STEP 6. Teach kids how good it feels to earn money by helping them start their own business. They can help collect and price their toys, clothes or other items for a yard sale, clean house or yard work. They can provide animal caretaking services for neighbors and family, write stories or make cards to sell to family and friends or make artwork or jewelry to put up for sale.

kids and money teenagers

Teaching Kids about Money:   Teenagers

STEP 1. Teach teenagers how to invest. Discuss the basics with them and consider opening an investment account for them.

STEP 2. Open a college savings account for your child and contribute to it. Periodically, check the balance with the child, who can watch the money grow. Similarly, once they start working, provide a kick-start to their retirement savings by opening up and making an initial contribution to a Roth IRA.

STEP 3. Work with your older teenagers to start off on a good foot as adults by helping establish a good credit score. List them as a joint account holder on your credit card. Then when they are issued a card on their own, encourage them to always charge a small amount and pay it off each month.

Fun Ways to Teach your Kids about Money

Coin Stampers for Teaching Kids about Money or Used in Motivation Charts – When kids are younger, you can use these fun stamps to teach them about change. This is a good age to start introducing your kiddos to the value of money.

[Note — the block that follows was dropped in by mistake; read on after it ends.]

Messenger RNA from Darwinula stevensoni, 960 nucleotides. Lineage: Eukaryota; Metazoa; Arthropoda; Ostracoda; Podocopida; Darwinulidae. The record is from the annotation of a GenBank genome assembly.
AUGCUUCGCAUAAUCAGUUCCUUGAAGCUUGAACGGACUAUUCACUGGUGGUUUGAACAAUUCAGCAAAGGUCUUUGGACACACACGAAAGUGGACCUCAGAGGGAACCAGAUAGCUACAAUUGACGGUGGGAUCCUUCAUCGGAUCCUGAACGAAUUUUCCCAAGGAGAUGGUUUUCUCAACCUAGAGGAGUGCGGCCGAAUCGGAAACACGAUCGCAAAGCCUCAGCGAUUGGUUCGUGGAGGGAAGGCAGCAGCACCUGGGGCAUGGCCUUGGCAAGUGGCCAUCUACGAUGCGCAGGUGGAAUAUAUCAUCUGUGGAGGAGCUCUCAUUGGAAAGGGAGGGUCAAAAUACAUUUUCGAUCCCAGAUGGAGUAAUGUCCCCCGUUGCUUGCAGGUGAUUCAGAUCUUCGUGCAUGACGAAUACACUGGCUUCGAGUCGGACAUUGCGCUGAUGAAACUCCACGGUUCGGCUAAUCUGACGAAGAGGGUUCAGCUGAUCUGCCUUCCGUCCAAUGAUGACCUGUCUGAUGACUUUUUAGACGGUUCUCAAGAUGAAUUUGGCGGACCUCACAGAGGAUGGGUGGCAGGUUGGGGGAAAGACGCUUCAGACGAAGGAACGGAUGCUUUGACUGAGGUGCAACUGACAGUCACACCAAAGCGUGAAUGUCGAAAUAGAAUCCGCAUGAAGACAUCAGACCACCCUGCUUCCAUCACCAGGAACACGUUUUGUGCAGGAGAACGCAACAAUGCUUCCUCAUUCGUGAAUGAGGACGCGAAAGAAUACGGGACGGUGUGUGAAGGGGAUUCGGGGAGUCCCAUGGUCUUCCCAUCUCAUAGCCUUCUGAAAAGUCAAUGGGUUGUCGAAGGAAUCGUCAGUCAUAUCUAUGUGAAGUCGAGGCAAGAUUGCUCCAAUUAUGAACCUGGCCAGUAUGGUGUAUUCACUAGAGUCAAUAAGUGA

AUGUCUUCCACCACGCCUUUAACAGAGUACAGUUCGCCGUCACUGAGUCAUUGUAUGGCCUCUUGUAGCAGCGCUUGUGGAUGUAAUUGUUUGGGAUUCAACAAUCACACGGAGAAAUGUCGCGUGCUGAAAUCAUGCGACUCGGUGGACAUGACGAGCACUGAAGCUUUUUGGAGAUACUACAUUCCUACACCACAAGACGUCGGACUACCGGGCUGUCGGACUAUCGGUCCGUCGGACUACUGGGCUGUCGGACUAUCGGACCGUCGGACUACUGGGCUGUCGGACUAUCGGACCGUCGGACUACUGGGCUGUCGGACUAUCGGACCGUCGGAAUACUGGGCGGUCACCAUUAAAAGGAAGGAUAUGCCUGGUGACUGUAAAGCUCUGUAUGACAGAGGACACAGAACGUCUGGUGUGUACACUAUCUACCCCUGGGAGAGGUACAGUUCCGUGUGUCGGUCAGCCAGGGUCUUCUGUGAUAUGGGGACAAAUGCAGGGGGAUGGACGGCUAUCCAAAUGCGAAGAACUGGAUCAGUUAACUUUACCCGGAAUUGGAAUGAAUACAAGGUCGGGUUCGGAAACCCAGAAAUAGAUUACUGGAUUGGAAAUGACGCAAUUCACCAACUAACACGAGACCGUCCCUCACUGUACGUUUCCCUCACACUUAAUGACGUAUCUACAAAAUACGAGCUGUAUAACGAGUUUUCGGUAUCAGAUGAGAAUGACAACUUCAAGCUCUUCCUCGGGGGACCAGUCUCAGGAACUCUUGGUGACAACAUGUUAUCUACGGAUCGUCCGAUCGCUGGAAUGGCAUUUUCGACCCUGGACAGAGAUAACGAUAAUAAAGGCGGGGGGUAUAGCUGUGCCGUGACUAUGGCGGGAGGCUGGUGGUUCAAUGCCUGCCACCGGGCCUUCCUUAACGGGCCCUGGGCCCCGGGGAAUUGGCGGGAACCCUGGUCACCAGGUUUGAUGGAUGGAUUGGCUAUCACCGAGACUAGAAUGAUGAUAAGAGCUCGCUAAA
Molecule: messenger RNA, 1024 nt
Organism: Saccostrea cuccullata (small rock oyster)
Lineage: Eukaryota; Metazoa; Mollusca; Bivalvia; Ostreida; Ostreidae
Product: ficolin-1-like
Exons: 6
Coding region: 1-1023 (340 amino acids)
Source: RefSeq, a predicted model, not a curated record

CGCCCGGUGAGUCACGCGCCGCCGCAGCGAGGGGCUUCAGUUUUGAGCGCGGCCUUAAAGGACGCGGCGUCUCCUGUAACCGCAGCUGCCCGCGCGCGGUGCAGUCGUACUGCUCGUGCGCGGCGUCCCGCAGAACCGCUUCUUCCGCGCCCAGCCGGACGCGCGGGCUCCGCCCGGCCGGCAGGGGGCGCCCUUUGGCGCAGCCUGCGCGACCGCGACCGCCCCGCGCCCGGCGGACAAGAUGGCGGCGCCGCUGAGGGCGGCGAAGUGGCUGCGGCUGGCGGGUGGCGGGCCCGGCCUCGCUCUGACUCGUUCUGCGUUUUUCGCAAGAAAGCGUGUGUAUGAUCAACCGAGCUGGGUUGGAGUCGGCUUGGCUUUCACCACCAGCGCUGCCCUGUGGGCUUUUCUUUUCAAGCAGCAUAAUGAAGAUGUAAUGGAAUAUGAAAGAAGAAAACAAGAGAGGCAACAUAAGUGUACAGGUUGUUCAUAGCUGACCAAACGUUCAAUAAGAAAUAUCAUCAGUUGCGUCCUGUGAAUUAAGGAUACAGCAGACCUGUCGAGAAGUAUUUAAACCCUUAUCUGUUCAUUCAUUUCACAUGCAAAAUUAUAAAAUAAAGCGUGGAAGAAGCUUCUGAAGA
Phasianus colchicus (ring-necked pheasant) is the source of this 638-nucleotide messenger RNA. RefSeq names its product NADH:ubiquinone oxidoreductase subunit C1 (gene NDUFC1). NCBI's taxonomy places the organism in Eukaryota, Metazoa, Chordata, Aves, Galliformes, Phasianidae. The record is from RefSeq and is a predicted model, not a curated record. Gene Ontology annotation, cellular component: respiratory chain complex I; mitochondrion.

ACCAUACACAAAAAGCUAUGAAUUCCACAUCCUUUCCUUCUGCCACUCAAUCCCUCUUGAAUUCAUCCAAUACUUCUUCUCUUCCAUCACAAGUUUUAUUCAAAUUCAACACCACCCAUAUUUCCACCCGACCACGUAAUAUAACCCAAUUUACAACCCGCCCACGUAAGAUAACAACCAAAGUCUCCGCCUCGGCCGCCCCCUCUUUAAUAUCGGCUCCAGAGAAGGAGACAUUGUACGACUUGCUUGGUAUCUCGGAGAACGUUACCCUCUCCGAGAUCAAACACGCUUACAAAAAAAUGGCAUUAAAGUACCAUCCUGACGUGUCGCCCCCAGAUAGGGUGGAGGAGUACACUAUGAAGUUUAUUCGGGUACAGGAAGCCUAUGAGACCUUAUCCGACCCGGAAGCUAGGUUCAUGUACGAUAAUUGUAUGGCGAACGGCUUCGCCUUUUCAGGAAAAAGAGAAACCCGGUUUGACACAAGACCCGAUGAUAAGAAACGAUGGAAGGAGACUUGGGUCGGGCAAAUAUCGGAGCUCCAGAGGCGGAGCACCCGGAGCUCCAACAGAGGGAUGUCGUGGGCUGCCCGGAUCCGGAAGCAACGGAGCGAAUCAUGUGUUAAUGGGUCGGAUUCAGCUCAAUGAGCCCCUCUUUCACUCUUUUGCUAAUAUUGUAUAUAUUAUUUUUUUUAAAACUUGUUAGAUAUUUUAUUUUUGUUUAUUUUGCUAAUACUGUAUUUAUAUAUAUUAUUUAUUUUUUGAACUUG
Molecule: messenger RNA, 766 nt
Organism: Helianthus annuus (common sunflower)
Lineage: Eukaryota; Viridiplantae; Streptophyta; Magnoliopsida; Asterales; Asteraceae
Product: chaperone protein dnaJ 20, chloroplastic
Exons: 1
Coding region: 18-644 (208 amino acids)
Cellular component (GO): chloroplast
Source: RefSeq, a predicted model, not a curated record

– Learning Resources Pretend & Play Teaching Cash Register – Another great way to teach your kid about money is by using a cash register and fake money. This will allow them to count money, give change and again learn the value of money.
The Opposite of Spoiled: Raising Kids Who Are Grounded, Generous, and Smart About Money -This is a great resource for parents. Read about how to teach your kids to be smart about money.
The Everything Kids’ Money Book: Earn it, save it, and watch it grow! -Here’s a book for kids ages 7-12. It teaches them how to earn money, save it and see how it can grow into more money.